The members of the press fawned over DiMaggio, and, in a show of allegiance, capitalized on every opportunity to illustrate the differences between the two men. One particular photograph that ran in Life showed DiMaggio standing in a dark suit, hair slicked back, elegant, with Mantle seated at his hip, in an undershirt and khaki pants, thick white athletic socks oozing out of his penny loafers. Off the field, this was a mismatch.

But on the field, even the great DiMaggio couldn’t challenge the “Commerce Comet.” Joe may have been a slightly better fielder, but he had nothing on Mantle’s power and speed. Mantle’s longtime manager, the legendary Casey Stengel, once said as only he could, “He has more speed than any slugger and more slug than any speedster—and nobody has ever had more of both of ’em together. This kid ain’t logical. He’s too good. It’s very confusing.” Mantle was clocked in training camp at 3.1 seconds from the left handed batter’s box to first base.

Although not overly imposing at nearly 6-foot, and 195 pounds, it was his musculoskeletal structure that impressed. One of Mantle’s teammates and later rival, Eddie Lopat, remarked, “That kid gets bigger the more clothes he takes off.” Gus Mauch, the Yankee trainer claimed that when he massaged Mantle, his muscles, “in spite of their size, zip with the looseness and speed of a lightweight boxer.” But all of that muscle mass put a premium on the ligaments that held them in place. Yankee trainer Joe Soares said, “Mantle had a severe, congenital condition. His muscles were so large, but his joints—wrists, knees, ankles—were frail.”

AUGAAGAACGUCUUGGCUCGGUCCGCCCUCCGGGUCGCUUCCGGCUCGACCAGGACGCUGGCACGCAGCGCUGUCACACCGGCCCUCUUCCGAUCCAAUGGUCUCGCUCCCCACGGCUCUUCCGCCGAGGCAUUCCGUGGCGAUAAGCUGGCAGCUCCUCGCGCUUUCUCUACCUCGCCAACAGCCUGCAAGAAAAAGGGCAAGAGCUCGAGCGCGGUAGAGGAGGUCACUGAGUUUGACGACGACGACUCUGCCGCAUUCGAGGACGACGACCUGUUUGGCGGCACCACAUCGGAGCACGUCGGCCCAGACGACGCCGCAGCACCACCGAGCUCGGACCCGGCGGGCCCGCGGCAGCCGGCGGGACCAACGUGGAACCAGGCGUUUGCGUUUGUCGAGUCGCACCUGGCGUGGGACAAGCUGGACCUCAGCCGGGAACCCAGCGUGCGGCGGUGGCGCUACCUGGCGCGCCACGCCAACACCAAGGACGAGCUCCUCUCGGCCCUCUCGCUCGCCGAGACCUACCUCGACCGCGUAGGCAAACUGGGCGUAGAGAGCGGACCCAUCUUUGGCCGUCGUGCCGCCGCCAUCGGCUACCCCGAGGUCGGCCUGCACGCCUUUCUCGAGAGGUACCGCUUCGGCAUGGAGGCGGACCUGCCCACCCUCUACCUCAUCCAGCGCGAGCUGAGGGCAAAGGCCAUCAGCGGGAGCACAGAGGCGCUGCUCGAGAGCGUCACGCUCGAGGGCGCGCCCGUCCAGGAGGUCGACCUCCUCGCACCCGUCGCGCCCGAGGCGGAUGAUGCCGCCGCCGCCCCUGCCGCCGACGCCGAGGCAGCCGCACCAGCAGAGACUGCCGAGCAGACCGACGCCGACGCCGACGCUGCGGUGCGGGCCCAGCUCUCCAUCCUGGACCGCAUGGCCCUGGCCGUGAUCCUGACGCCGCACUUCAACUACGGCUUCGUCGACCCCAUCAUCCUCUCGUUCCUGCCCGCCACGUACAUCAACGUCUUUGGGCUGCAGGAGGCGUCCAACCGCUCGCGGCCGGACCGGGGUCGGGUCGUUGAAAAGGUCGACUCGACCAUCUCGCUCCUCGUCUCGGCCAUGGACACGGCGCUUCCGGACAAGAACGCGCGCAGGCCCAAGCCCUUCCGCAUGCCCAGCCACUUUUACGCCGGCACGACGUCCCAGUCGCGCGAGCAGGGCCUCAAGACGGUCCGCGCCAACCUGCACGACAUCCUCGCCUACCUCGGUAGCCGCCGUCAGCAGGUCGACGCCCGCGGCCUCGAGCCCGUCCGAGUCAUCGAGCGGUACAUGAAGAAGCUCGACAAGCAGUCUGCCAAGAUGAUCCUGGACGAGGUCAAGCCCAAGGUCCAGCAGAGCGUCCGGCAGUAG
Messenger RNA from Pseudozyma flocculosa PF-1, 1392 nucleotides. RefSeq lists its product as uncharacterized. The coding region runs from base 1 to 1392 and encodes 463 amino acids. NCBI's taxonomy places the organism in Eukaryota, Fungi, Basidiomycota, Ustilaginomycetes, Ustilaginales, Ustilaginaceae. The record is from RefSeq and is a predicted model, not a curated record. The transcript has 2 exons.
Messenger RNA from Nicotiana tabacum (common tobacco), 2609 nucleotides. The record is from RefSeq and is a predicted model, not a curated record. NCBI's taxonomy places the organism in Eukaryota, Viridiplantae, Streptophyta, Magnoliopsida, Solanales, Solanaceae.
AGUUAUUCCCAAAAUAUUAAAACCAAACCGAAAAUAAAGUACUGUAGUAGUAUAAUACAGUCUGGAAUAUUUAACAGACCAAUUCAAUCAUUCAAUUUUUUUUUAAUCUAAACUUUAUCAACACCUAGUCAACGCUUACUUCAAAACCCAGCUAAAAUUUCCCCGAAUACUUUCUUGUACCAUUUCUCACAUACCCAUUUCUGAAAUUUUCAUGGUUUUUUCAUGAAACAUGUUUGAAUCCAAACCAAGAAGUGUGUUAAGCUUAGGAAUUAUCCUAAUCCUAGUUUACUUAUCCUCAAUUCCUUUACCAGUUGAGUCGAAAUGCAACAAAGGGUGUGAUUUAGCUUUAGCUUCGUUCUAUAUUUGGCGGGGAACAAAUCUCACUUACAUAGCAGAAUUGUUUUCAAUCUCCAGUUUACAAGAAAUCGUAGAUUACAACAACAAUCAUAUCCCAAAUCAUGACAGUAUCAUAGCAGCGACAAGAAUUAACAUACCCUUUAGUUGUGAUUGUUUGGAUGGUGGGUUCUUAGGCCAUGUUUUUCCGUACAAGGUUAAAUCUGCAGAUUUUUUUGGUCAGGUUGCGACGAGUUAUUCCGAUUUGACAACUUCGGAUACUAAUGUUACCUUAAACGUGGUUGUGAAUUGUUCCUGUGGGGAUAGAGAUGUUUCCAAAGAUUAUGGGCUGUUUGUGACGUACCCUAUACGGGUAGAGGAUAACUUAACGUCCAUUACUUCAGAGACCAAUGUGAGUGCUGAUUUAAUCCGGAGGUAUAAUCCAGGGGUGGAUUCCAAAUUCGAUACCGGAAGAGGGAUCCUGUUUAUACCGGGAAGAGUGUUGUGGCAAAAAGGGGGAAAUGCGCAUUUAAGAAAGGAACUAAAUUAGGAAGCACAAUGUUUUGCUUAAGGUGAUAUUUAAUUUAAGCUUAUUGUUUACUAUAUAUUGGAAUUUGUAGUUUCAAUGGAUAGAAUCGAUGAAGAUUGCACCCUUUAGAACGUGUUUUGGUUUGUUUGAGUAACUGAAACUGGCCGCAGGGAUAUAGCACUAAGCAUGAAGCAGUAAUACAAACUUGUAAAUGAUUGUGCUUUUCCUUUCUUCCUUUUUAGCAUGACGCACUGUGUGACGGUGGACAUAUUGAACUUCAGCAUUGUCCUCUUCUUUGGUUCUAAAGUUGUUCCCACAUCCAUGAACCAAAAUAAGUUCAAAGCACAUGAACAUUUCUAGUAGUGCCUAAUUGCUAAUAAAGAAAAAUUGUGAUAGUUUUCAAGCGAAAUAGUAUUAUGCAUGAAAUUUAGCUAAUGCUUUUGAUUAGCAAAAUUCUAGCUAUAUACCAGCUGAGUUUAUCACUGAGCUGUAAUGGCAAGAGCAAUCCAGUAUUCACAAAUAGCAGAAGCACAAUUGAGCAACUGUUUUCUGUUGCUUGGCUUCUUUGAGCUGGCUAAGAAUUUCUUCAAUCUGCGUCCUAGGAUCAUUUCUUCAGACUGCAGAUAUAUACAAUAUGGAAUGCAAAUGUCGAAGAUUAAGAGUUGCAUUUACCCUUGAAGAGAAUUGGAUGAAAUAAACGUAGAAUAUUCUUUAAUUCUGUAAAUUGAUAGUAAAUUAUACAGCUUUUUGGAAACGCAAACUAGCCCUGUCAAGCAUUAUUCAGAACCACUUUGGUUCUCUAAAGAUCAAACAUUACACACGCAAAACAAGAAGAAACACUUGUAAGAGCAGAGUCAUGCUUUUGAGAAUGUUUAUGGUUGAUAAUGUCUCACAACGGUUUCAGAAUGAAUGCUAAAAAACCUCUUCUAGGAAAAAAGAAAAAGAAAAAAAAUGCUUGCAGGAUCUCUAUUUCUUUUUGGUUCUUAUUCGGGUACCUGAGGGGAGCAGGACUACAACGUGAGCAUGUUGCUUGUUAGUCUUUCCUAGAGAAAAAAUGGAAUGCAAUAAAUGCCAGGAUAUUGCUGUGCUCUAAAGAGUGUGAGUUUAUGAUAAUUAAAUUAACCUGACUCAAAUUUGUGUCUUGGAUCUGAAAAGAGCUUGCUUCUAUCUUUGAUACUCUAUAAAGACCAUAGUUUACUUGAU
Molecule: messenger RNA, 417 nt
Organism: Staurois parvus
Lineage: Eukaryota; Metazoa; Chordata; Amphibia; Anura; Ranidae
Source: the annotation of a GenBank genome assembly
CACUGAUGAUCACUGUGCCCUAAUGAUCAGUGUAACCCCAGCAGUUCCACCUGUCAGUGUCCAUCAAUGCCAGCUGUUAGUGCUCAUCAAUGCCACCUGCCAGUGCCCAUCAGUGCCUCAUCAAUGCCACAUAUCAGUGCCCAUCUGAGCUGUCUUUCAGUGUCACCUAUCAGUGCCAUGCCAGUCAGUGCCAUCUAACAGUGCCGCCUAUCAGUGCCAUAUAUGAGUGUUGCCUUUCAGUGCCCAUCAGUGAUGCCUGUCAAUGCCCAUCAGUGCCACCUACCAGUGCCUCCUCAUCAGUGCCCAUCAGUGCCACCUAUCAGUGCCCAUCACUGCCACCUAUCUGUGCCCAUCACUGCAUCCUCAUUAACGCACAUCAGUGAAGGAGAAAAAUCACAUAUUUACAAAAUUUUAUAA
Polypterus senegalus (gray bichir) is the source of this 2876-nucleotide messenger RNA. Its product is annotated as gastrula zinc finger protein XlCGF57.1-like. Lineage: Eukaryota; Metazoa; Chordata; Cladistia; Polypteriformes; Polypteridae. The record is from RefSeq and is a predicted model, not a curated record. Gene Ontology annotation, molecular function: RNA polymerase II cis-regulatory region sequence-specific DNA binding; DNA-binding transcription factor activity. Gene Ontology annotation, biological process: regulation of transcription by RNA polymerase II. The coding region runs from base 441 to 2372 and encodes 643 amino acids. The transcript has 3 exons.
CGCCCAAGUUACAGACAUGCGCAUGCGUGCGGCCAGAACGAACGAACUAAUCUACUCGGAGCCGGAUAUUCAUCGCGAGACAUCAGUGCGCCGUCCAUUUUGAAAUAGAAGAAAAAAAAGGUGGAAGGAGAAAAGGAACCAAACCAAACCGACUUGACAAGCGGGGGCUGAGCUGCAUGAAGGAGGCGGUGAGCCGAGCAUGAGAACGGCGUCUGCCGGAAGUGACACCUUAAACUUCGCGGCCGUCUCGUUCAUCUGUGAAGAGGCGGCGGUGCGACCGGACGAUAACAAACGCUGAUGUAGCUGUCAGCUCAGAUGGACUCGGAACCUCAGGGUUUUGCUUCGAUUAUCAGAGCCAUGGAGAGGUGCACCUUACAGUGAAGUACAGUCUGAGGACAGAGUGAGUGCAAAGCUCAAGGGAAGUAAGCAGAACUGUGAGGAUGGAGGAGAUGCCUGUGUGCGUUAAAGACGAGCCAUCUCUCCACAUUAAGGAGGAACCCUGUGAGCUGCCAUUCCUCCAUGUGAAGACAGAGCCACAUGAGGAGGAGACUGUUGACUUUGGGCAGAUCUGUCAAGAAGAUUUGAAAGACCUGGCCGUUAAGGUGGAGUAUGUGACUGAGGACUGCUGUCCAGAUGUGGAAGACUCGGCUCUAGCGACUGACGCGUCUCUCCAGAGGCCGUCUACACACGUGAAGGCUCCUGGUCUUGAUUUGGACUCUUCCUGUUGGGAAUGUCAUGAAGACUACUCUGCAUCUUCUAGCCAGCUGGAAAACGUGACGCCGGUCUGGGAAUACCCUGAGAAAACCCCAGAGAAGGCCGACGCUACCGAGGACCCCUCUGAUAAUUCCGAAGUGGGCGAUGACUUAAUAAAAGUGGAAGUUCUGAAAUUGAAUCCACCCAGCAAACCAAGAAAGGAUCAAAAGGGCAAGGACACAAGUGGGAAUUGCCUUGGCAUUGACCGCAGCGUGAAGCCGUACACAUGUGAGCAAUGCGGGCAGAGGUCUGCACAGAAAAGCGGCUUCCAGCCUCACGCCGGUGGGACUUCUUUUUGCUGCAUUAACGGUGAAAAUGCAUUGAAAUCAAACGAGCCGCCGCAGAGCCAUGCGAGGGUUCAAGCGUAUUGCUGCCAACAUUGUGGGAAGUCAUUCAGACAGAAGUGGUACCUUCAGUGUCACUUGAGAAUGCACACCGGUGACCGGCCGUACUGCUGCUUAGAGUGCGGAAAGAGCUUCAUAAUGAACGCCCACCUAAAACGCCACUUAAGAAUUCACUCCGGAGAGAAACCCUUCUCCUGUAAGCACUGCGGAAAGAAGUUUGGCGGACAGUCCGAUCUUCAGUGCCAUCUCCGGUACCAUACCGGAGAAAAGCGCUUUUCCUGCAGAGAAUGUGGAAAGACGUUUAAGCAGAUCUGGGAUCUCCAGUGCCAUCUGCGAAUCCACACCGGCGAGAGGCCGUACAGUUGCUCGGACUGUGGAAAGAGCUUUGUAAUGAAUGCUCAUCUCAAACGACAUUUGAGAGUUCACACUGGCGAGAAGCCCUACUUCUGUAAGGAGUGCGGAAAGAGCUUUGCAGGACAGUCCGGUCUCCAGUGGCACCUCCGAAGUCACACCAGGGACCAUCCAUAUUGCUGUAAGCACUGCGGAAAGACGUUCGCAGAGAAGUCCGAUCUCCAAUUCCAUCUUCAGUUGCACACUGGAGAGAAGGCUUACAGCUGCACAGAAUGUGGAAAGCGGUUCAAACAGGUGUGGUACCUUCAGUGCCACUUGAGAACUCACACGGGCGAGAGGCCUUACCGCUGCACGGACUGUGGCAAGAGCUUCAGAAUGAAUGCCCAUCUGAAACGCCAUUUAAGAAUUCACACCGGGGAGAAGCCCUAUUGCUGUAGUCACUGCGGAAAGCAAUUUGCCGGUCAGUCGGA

An oft-told story in the Yankee organization was one in which Mantle screamed in pain after taking a cut during a routine batting practice. According to witnesses, he had swung so hard he ripped the muscles in his chest. Many trainers, coaches and journalists promoted these yarns to weave a perfectly constructed Greek tragedy: The Man Whose Own Strength Was His Ultimate Weakness.

Although it was not widely reported, Mantle was playing in intense pain. He would be wrapped in bandages from his ankles to his thighs just to support his ailing limbs. The thick bandages the trainers used were wrapped so tightly that they cut off circulation to his skin, leaving it white and puffy. Trainer Soares noted that once the bandages were removed, blood would ooze from his mummified skin.